Sunday, October 7, 2012
Nick Curran 1977-2012
Sometime in 2000, I went to a friend's place and he played "Women and Cadillacs". I stopped in my tracks and asked who that was. I had heard a little about this young buck tearing up the Rockabilly circuit and had heard his playing on a Kim Lenz album. That was the day that I became a lifelong Nick Curran fan.
The years went by and I purchased all of Nick's new releases. This was back in the day before CD stores became a relic of the past and you could actually find cool music in the racks next to the same 500 tired old classic rock albums.
Canada can sometimes be a bit of a musical wasteland. My contempt for Canada Border Services is no secret, and they are the main deterrent to US bands wishing to play in Canada. Their petty, arcane and convoluted rules ( not to mention complete arbitrary powers) discourage many touring musicians from attempting the border crossing ( especially bad-ass ones with tattoos). This why many of us have to make the annual pilgrimage to Viva Las Vegas to see bands that we would otherwise never get to see up here.
In 2009 I embarked on that journey once again. One of the first shows that I saw upon my arrival was Deke Dickerson's guitar geek festival. One of the guests was Nick Curran. That blew me away and pretty much set the tone for my whole trip. I briefly hung out with Nick and he reminded me that he was playing with Kim Lenz the following night.
Having indulged in the inevitable debauchery that is Viva, my brain was a bit fuzzy on that second night. The six dollar twelve packs of Pabst weren't contributing to my clarity either. I made my way up to the ballroom and Nick called out my name. As the Pabst induced haze cleared, I realized that I was talking to Nick and smacked myself in the head for emphasis. Kim and her Jaguars completely tore the roof off the place, and I hung out with Nick for a while afterwards. We ran into to each other a few more times during the event but I soon had to leave. The evil machinations of airlines resulted in an early flight and I had to arrive at the airport at the tortuous time of 3 am.
At that time Nick hadn't set up his tour, but later that year he was somehow able to navigate the Kafkaesque doctrine of Canada Border Services and had secured a date in Vancouver BC at the venerable Yale Hotel. The people who book bands up here are sadistic, or possibly insane, because they seem to take great joy in having shows start at 7 pm. or even earlier. A good friend of mine, Steve Kozak, was slated to take the late slot. Steve was understandably apprehensive, as people usually clear out immediately after the main show leaving empty glasses, tumbleweeds and the sounds of crickets in their wake.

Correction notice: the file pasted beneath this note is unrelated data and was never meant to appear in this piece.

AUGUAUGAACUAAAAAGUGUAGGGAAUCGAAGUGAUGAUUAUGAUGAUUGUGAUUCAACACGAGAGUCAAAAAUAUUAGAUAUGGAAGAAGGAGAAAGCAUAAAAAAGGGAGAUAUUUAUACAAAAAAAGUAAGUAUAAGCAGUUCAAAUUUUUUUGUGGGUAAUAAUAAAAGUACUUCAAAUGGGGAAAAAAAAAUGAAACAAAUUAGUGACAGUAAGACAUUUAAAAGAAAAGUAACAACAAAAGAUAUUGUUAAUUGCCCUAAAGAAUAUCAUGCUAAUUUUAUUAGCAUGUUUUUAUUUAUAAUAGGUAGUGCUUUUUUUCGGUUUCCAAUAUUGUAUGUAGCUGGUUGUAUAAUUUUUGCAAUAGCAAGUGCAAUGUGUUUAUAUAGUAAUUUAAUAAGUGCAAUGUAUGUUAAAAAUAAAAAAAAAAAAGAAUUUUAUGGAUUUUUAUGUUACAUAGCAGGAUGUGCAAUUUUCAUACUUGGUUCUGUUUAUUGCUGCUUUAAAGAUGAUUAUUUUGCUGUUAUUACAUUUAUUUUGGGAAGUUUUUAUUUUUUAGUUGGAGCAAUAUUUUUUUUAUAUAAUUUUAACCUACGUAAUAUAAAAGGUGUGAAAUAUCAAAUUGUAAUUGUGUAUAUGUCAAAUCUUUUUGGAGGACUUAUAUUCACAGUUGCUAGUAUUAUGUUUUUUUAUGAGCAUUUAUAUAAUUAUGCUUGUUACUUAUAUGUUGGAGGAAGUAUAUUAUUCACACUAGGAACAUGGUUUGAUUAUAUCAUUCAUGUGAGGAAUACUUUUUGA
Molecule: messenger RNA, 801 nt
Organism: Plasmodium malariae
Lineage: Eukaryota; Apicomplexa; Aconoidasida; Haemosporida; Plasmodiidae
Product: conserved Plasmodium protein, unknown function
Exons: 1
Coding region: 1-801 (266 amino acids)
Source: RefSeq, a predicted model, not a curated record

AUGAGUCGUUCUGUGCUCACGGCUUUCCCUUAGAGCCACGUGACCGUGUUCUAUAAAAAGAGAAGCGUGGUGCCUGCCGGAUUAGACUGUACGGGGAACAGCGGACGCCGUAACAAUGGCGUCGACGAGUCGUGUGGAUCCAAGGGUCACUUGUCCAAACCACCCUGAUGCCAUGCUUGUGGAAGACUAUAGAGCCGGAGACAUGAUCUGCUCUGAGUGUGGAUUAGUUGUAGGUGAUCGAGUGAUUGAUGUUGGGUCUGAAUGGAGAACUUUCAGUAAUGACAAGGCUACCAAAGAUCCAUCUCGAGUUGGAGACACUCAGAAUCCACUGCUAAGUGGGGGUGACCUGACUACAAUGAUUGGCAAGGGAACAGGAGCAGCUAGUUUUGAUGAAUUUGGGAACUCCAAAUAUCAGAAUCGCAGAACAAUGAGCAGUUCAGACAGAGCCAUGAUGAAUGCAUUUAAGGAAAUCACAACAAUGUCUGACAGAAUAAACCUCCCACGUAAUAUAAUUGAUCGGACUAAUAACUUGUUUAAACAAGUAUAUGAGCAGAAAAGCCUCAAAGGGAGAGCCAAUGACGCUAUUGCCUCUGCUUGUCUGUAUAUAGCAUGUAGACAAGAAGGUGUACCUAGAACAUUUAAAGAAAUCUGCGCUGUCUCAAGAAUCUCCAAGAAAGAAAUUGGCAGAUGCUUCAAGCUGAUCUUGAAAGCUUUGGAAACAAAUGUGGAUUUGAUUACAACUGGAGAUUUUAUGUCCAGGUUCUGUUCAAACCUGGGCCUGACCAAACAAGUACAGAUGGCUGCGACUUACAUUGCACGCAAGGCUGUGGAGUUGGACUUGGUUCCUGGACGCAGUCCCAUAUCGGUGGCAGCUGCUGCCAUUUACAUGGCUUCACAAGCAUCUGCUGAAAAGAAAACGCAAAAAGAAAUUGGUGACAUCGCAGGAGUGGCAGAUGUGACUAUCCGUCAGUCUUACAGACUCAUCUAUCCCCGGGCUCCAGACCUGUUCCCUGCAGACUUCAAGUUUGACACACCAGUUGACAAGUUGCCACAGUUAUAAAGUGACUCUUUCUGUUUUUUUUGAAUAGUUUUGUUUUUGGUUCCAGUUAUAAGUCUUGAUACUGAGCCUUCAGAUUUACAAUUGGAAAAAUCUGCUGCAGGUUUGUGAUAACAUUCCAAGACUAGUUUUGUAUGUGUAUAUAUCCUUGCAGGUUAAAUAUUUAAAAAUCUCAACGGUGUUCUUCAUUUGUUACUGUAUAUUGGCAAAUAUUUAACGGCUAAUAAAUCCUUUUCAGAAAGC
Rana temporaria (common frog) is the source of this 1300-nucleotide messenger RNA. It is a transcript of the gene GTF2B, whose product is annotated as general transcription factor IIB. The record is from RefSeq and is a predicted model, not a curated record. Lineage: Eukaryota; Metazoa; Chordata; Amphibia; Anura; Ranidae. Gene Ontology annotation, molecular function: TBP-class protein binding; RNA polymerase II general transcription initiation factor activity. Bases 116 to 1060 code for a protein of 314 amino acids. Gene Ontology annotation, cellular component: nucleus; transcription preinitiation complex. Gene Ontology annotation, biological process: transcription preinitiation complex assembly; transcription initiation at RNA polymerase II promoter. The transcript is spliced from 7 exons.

Steve had come up with plan to keep the folks rockin' and asked me to do a guest spot and belt out a few Rockabilly tunes. At that point, I realized that I was going live one of the coolest ( and most surreal) moments of my life: I was going to be on the same bill as Nick Curran. Rockabilly is the Lichtenstein of the music world: It's small, very few people have heard of it and all the inhabitants know each other, but small or not I still think that it was an amazing series of coincidences that led me to this night.
Nick and the boys arrived with their van and we helped them set up. We also warned them that a van with Texas plates was going to attract crackheads like flies so we removed anything of value and found a good parking spot.
What can I say, Nick Curran and The Lowlifes rocked the house. One of the things that stands out from that incredible evening was the way Nick charmed the audience with his disarming between-song banter.
The night was young, so Nick decided to hang out and check out Steve Kozak's band. I was called to the stage and did my short set and decided that I really needed more beer. Nick motioned me to come over to his table and we did indeed get more beer.
What struck me the most about Nick was his absolute lack of pretension. Someone with that amount of talent could possibly be permitted to have some kind of ego, but not Nick. His virtuoso guitar playing was coupled with humility and sincerity. He was a down-home boy from Maine and he never lost touch with that. Nick's friendly demeanor brought it back to the basics; just a couple of good ole boys havin' a beer.
The night went on and Nick was invited on stage to do a few songs with Steve, which he seemed to enjoy immensely. The time to pack up rolled around and we helped the boys load their van. I said goodbye to Nick and promised that we would hang out in Vegas the following year. Sadly, that did not happen, because of that pesky condition known as lack of cash.
Me and my friends took heart, however, as Nick was slated to return to the Yale later that year. We never got to see him, because unfortunately Nick had a relapse as the evil C-word got a hold of him for a second time. Nick was a fighter and remained upbeat and optimistic throughout the whole ordeal. He had the support and encouragement of thousands of friends from all around the world and we all hoped the best for Nick.
On Oct. 6 2012, this young man in the prime of his life was taken from us. Nick will leave behind a legacy to all who loved his music and those, like myself, who were fortunate enough to have our lives touched by this gentle soul. My sincere condolences go out to his family, and tonight during Canadian Thanksgiving dinner, we will all raise a glass to Nick and we will not forget him. Rest in Peace, my young brother.